This Is Why They, You Know, Play The Games
by Richard Martin
Sep 21, 2013 12:43 PM EDT
Thursday’s matchup revealed just how quickly fortunes can change in the NFL. And the perils of issuing quick judgments about teams.
A year ago, the Kansas City Chiefs were 2-14 and woeful on both offense and especially defense. A year after that wretched campaign, they have a new coach, Andy Reid; a new quarterback, Alex Smith; and an undaunting schedule.
Sure, beating the toothless Jaguars was no great feat, but they followed this with a home win against the Cowboys and a victory in Philly. They should contend for a wild-card berth even if they’re not good enough to beat the Broncos.
“Should.” Beware that word. Watch out when you believe you have the NFL figured out. It has humbled far greater minds than yours and mine.
Take the Eagles. Chip Kelly could hardly have had a more auspicious debut of his wild’n’crazy offense. That first half against the ‘Skins bode well for the future. We have a contender.
So we thought. Now we know the Washington defense is woeful. The Eagles’ D doesn’t appear to be much better. Michael Vick’s getting beaten up regularly, limping around and getting up slowly from hard hits. He made some bad throws against the Chiefs. Put the Eagles back into the “unknown” category.
The Chiefs have a strong defense and Smith has been a solid game manager. They haven’t made a turnover yet. Beyond that, well, we won’t know until they play the likes of Denver.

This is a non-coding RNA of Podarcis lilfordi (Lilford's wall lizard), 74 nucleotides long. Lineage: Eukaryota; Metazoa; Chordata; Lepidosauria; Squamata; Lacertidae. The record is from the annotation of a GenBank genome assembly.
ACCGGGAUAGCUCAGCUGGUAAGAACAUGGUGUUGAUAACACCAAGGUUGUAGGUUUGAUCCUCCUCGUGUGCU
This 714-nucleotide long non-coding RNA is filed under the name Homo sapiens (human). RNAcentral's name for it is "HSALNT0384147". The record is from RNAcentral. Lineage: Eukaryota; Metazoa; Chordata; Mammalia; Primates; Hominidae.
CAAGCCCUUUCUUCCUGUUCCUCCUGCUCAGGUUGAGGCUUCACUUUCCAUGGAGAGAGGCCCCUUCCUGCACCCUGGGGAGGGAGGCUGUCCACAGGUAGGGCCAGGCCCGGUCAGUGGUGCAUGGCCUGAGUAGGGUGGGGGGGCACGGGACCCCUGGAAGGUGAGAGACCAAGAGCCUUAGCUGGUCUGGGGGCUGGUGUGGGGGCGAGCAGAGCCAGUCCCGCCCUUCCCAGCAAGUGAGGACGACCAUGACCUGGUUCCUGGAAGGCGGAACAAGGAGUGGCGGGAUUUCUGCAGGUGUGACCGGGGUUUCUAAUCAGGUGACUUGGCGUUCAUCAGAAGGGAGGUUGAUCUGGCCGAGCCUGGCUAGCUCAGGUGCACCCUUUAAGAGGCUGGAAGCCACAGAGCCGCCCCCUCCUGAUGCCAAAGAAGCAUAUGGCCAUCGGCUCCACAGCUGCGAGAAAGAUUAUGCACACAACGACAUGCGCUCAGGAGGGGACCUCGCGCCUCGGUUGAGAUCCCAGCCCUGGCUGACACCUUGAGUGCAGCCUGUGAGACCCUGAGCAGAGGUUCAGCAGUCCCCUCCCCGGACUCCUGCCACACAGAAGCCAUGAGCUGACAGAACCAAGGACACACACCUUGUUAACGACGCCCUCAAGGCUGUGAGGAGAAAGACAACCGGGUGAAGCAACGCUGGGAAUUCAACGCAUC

Now there’s a rush to bury 0-2 teams. Let’s be a bit careful.
The Steelers, for example, have shown little offense. But they still have a decent defense and Ben Roethlisberger. They’re facing a Bears team that was fortunate to have beaten Minnesota. The Vikings’ defense was disorganized at the end and needed a timeout.
The Vikings are in trouble. That’s the conventional wisdom and it’s true, as far as it goes. But their schedule gets easier, beginning with the Browns at home. (If the Vikings can’t win that, it’s hard to see who they can beat.) They face the Steelers in London and then the Panthers at home. Those are all winnable games. Don’t bury them yet.
The Giants haven’t looked very good. But they could’ve beaten the Cowboys despite six turnovers, and they lost to a great Denver team. You can’t bury the Giants yet either. A record of 9-7 or even 8-8 might win the NFC East. Remember that the two 0-2 teams are only a game out of first place.
The Redskins? Their defense has looked terrible. But RGIII is likely to get into a rhythm. They’ll be at home against the Lions on Sunday. Their previous loss to Detroit at home was in the heyday of the Austro-Hungarian empire.
The Bucs could easily be 2-0. They gave their opener away to the Jets on a dumb play. But they’ve already lost a divisional home game. They’re in a tough division and their schedule’s not easy. They’ll have to win on the road against the Patriots to avoid going 0-3. Ouch.
The 0-2 Panthers face an equally desperate team Sunday, the Giants. I think that might be one of the best games on Sunday’s schedule. Both teams better bring a sense of urgency with them. You don’t want to be 0-3.
Stay tuned. Count on this: You can’t be sure about anything.